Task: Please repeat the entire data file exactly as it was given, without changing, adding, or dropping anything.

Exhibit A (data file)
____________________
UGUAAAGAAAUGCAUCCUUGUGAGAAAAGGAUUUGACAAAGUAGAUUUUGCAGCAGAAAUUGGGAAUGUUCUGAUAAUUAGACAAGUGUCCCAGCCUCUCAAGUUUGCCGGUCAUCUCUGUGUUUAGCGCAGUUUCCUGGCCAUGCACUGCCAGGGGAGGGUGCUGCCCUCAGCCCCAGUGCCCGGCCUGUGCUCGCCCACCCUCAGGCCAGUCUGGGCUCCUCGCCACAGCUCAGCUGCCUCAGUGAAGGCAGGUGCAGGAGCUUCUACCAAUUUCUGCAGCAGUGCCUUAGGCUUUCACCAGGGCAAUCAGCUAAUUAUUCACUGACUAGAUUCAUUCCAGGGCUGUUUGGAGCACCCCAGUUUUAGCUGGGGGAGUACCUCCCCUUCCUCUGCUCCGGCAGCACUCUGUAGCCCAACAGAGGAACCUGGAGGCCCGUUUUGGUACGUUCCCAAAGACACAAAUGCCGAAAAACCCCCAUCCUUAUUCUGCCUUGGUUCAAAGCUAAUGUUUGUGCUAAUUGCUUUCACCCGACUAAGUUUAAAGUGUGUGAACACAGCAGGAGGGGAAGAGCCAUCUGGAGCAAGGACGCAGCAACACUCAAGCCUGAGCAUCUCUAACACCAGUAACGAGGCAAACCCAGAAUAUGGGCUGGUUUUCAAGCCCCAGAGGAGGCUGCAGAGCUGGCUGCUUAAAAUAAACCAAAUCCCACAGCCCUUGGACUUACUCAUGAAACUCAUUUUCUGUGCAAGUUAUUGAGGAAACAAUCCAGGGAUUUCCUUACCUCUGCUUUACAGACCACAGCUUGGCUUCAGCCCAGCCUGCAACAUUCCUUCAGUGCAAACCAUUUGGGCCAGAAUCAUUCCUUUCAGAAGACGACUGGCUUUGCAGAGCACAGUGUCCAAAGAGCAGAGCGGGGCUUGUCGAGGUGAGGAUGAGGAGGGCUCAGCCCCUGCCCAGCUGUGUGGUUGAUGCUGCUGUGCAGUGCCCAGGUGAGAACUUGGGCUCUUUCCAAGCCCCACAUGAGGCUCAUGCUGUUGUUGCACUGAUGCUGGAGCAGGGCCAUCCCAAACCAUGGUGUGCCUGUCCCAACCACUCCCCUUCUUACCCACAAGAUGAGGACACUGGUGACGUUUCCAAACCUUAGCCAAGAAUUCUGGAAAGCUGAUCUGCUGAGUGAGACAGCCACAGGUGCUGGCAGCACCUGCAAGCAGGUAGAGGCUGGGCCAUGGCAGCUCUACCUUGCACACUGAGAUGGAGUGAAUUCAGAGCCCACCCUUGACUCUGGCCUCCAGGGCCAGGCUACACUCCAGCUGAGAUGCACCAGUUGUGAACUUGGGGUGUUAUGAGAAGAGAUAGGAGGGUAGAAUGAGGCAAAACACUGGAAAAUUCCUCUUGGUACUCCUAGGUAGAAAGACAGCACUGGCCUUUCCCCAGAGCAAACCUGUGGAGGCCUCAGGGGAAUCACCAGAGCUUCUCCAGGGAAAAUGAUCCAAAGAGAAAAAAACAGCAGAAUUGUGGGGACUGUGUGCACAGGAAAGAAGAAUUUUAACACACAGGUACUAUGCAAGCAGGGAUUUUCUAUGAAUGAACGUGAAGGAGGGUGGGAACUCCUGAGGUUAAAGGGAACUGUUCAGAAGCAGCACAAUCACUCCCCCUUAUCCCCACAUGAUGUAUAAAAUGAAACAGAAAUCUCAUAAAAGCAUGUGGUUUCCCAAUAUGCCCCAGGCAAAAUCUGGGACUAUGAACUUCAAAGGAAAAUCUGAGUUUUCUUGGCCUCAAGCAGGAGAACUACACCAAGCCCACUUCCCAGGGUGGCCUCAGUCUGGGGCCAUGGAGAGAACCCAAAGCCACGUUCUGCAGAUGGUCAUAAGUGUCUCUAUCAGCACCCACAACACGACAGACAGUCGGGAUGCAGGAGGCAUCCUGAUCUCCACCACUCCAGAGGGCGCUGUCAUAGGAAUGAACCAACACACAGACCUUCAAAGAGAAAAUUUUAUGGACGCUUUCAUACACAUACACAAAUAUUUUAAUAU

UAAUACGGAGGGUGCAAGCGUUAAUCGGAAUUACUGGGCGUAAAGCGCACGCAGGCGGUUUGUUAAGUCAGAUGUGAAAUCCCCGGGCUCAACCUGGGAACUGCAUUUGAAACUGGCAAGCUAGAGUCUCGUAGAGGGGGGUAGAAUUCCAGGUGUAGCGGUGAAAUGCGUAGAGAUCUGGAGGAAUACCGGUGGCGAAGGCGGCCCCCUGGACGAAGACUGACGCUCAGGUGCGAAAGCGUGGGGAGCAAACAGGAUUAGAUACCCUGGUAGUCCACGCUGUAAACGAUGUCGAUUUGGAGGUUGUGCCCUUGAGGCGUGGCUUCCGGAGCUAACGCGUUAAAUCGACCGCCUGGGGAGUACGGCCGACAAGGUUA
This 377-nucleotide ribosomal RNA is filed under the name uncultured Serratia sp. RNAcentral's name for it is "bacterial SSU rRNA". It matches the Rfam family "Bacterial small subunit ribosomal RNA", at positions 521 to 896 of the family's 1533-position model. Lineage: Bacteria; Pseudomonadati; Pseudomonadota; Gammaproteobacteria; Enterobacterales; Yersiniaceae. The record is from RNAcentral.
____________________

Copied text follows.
UGUAAAGAAAUGCAUCCUUGUGAGAAAAGGAUUUGACAAAGUAGAUUUUGCAGCAGAAAUUGGGAAUGUUCUGAUAAUUAGACAAGUGUCCCAGCCUCUCAAGUUUGCCGGUCAUCUCUGUGUUUAGCGCAGUUUCCUGGCCAUGCACUGCCAGGGGAGGGUGCUGCCCUCAGCCCCAGUGCCCGGCCUGUGCUCGCCCACCCUCAGGCCAGUCUGGGCUCCUCGCCACAGCUCAGCUGCCUCAGUGAAGGCAGGUGCAGGAGCUUCUACCAAUUUCUGCAGCAGUGCCUUAGGCUUUCACCAGGGCAAUCAGCUAAUUAUUCACUGACUAGAUUCAUUCCAGGGCUGUUUGGAGCACCCCAGUUUUAGCUGGGGGAGUACCUCCCCUUCCUCUGCUCCGGCAGCACUCUGUAGCCCAACAGAGGAACCUGGAGGCCCGUUUUGGUACGUUCCCAAAGACACAAAUGCCGAAAAACCCCCAUCCUUAUUCUGCCUUGGUUCAAAGCUAAUGUUUGUGCUAAUUGCUUUCACCCGACUAAGUUUAAAGUGUGUGAACACAGCAGGAGGGGAAGAGCCAUCUGGAGCAAGGACGCAGCAACACUCAAGCCUGAGCAUCUCUAACACCAGUAACGAGGCAAACCCAGAAUAUGGGCUGGUUUUCAAGCCCCAGAGGAGGCUGCAGAGCUGGCUGCUUAAAAUAAACCAAAUCCCACAGCCCUUGGACUUACUCAUGAAACUCAUUUUCUGUGCAAGUUAUUGAGGAAACAAUCCAGGGAUUUCCUUACCUCUGCUUUACAGACCACAGCUUGGCUUCAGCCCAGCCUGCAACAUUCCUUCAGUGCAAACCAUUUGGGCCAGAAUCAUUCCUUUCAGAAGACGACUGGCUUUGCAGAGCACAGUGUCCAAAGAGCAGAGCGGGGCUUGUCGAGGUGAGGAUGAGGAGGGCUCAGCCCCUGCCCAGCUGUGUGGUUGAUGCUGCUGUGCAGUGCCCAGGUGAGAACUUGGGCUCUUUCCAAGCCCCACAUGAGGCUCAUGCUGUUGUUGCACUGAUGCUGGAGCAGGGCCAUCCCAAACCAUGGUGUGCCUGUCCCAACCACUCCCCUUCUUACCCACAAGAUGAGGACACUGGUGACGUUUCCAAACCUUAGCCAAGAAUUCUGGAAAGCUGAUCUGCUGAGUGAGACAGCCACAGGUGCUGGCAGCACCUGCAAGCAGGUAGAGGCUGGGCCAUGGCAGCUCUACCUUGCACACUGAGAUGGAGUGAAUUCAGAGCCCACCCUUGACUCUGGCCUCCAGGGCCAGGCUACACUCCAGCUGAGAUGCACCAGUUGUGAACUUGGGGUGUUAUGAGAAGAGAUAGGAGGGUAGAAUGAGGCAAAACACUGGAAAAUUCCUCUUGGUACUCCUAGGUAGAAAGACAGCACUGGCCUUUCCCCAGAGCAAACCUGUGGAGGCCUCAGGGGAAUCACCAGAGCUUCUCCAGGGAAAAUGAUCCAAAGAGAAAAAAACAGCAGAAUUGUGGGGACUGUGUGCACAGGAAAGAAGAAUUUUAACACACAGGUACUAUGCAAGCAGGGAUUUUCUAUGAAUGAACGUGAAGGAGGGUGGGAACUCCUGAGGUUAAAGGGAACUGUUCAGAAGCAGCACAAUCACUCCCCCUUAUCCCCACAUGAUGUAUAAAAUGAAACAGAAAUCUCAUAAAAGCAUGUGGUUUCCCAAUAUGCCCCAGGCAAAAUCUGGGACUAUGAACUUCAAAGGAAAAUCUGAGUUUUCUUGGCCUCAAGCAGGAGAACUACACCAAGCCCACUUCCCAGGGUGGCCUCAGUCUGGGGCCAUGGAGAGAACCCAAAGCCACGUUCUGCAGAUGGUCAUAAGUGUCUCUAUCAGCACCCACAACACGACAGACAGUCGGGAUGCAGGAGGCAUCCUGAUCUCCACCACUCCAGAGGGCGCUGUCAUAGGAAUGAACCAACACACAGACCUUCAAAGAGAAAAUUUUAUGGACGCUUUCAUACACAUACACAAAUAUUUUAAUAU

UAAUACGGAGGGUGCAAGCGUUAAUCGGAAUUACUGGGCGUAAAGCGCACGCAGGCGGUUUGUUAAGUCAGAUGUGAAAUCCCCGGGCUCAACCUGGGAACUGCAUUUGAAACUGGCAAGCUAGAGUCUCGUAGAGGGGGGUAGAAUUCCAGGUGUAGCGGUGAAAUGCGUAGAGAUCUGGAGGAAUACCGGUGGCGAAGGCGGCCCCCUGGACGAAGACUGACGCUCAGGUGCGAAAGCGUGGGGAGCAAACAGGAUUAGAUACCCUGGUAGUCCACGCUGUAAACGAUGUCGAUUUGGAGGUUGUGCCCUUGAGGCGUGGCUUCCGGAGCUAACGCGUUAAAUCGACCGCCUGGGGAGUACGGCCGACAAGGUUA
This 377-nucleotide ribosomal RNA is filed under the name uncultured Serratia sp. RNAcentral's name for it is "bacterial SSU rRNA". It matches the Rfam family "Bacterial small subunit ribosomal RNA", at positions 521 to 896 of the family's 1533-position model. Lineage: Bacteria; Pseudomonadati; Pseudomonadota; Gammaproteobacteria; Enterobacterales; Yersiniaceae. The record is from RNAcentral.